Raw Japan

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Sumo “porky” tab a low blow

July 23, 2009

Bad boy sumo grand champion Asashoryu has been called many things, but it’s unlikely whether being dubbed “porky” will cause the Mongolian star to lose much sleep.

When a former wrestler, now working as a television commentator, accused the “yokozuna” of being flabby, it marked a new low in the hounding of one of the greats of Japan’s ancient sport.

Asashoryu has character flaws, which have polarised opinion within the strict, cloistered sumo world with regular breaches of protocol such as telling Japanese journalists to “Drop dead!”

But there is an undercurrent of xenophobia detectable in the increasingly frequent tabloid attacks on the 28-year-old wrestler, who needed around-the-clock police protection after receiving a death threat earlier this year.


One criticism was that he “lacks the dignity” to hold sumo’s top rank, rattled off ad nauseam by Japan’s conservative media and even members of the sport’s inner sanctum. Nonsense!

He is fabulous at what he does, and if he growls at opponents from time to time, so what? Didn’t boxing’s Ali growl at Frazier more than a little, tennis’ John McEnroe shriek at umpires and basketball’s Michael Jordan bark at almost everyone he dunked on in the NBA?

Tut-tut all you like about the infamous “Battle of the Bathroom,” when soapsuds flew as Asashoryu and another giant wrestler had a punch-up in a communal bath. The fact is, there is never a dull moment when Asashoryu is around.

Calling the 23-time Emperor’s Cup winner pudgy a week after the collapse of his marriage, even though his 150kg frame is relatively small for the roly-poly sport, smacks of desperation.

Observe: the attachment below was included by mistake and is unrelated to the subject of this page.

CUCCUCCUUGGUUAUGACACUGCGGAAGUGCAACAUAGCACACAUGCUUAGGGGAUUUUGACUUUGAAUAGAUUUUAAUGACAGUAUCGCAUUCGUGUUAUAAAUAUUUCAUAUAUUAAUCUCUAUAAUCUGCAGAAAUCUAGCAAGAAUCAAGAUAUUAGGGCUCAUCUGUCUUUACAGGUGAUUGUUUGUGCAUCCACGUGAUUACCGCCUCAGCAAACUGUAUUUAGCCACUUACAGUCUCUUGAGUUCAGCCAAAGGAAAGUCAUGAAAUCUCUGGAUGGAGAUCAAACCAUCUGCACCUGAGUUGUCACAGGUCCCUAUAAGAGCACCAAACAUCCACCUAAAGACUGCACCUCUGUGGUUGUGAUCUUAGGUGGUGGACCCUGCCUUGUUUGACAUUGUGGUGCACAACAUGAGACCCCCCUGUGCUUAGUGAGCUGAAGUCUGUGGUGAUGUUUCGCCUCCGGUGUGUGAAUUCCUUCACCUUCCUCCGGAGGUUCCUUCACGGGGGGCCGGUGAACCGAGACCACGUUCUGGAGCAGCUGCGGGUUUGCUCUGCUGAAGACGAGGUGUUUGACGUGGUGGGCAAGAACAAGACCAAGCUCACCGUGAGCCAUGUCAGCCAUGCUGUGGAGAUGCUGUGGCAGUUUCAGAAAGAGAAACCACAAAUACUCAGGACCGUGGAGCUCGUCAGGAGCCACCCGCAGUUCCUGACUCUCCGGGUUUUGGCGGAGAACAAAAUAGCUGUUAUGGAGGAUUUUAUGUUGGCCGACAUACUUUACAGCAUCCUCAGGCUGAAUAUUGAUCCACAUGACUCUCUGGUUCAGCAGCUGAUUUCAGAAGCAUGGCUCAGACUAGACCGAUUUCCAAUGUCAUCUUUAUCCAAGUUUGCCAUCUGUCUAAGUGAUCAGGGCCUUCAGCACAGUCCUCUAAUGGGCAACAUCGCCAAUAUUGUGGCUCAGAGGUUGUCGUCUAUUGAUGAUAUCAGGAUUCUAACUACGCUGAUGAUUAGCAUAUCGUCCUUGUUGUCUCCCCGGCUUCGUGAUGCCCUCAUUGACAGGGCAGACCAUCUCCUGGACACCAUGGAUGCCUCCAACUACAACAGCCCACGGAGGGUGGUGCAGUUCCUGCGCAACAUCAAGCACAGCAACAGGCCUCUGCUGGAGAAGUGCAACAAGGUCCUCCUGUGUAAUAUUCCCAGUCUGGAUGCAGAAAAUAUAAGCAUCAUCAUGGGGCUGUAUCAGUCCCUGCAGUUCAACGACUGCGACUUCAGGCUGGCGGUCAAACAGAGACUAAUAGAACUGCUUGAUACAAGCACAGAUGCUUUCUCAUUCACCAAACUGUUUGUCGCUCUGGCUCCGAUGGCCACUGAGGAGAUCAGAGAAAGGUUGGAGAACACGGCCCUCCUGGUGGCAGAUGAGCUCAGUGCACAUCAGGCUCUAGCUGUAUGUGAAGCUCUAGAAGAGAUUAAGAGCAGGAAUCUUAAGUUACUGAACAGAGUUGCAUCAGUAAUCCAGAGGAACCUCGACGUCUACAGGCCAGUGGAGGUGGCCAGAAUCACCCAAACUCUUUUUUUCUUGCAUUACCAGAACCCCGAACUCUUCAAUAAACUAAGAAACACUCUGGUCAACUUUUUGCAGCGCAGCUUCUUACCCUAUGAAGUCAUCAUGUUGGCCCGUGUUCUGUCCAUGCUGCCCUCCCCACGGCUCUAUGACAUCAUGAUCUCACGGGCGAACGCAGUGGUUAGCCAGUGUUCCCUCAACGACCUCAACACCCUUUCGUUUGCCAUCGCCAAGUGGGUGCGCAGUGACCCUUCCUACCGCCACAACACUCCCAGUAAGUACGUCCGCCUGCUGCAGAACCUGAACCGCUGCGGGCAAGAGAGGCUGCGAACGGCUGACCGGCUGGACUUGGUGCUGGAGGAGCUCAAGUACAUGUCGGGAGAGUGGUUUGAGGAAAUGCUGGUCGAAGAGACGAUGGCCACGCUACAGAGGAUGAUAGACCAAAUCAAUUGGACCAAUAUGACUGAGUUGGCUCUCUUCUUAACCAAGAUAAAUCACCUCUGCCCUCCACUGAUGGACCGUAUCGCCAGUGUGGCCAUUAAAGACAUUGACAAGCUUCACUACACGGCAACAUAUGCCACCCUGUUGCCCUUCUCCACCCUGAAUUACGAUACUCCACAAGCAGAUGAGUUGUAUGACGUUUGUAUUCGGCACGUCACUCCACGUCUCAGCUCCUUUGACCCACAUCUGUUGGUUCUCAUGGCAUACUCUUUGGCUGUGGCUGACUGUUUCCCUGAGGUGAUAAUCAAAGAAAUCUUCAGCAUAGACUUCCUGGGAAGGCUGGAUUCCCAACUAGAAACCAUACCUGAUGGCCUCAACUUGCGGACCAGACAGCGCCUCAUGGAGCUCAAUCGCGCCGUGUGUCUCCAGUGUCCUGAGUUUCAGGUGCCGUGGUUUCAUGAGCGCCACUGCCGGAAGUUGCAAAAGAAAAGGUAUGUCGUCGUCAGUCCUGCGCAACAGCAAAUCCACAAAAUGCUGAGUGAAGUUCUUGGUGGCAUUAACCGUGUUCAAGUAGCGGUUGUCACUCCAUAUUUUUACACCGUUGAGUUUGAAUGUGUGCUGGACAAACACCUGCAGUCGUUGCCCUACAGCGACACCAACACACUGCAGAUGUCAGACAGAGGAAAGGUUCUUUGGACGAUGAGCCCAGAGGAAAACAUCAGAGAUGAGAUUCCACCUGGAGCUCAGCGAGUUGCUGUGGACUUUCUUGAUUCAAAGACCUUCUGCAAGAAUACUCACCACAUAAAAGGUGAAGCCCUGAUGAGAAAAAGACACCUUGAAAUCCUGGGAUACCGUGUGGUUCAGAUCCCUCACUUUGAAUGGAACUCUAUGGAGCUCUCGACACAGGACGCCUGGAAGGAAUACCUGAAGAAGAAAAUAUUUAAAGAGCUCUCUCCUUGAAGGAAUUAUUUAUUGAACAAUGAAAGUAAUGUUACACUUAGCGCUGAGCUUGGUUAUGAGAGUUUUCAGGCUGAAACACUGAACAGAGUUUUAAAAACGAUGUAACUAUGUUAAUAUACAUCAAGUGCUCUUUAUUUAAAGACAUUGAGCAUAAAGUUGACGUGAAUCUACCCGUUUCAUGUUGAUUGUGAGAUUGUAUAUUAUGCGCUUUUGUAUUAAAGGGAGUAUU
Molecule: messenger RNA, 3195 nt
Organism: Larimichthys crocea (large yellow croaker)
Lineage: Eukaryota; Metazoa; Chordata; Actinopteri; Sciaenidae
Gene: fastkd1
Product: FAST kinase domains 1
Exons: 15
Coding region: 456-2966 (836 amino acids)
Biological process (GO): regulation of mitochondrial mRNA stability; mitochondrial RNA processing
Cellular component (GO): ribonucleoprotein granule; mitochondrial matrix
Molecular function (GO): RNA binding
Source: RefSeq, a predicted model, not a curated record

“He doesn’t look buff!” remarked Shuhei Mainoumi, without a hint of irony. You think?! He’s a sumo wrestler, for heaven’s sake. Some of them tip the scales at over 250 kilograms and move with all the grace of Jabba the Hutt.

Not so the skilful Asashoryu, who could walk away from the sport prematurely unless the witchhunts stop and he is afforded the respect he deserves. Japan’s sumo community should be careful what it wishes for.

Photo credit: REUTERS/Toru Hanai


Have to agree with most of Himmer-san’s blog.

Being a casual follower of sumo for past the 20 years, it is fairly consistent that the Japanese have a problem with successful foreign wrestlers, the problem is particularly acute at the moment because there are no Japanese wrestlers that seem able to compete.

Unfortunately, the riggers of Sumo life are something that young Japanese do not aspire to- consequently many wrestlers come from developing countries- and they bring new technique and enthusiasm. Sumo has been much more entertaining since the arrival of the Mongolian wrestlers. In fact it is more like it was when the Japanese great Chiyonofuji reigned with speed and technique.

But Japnese are a proud people and naturally find this all a difficult situation to come to grips with. But the constant argument of foreign wrestlers lacking dignity (“gei hin”) is insulting, particularly as Japanese enthusiastically embrace the bafoonish behavior of Japanese wrestler Takamizakri. If foreign wrestler behaved in such a manner, he would be on the next plane home.

Sumo’s problems run deep but foreign wrestlers such as Asashoryu are not one them.

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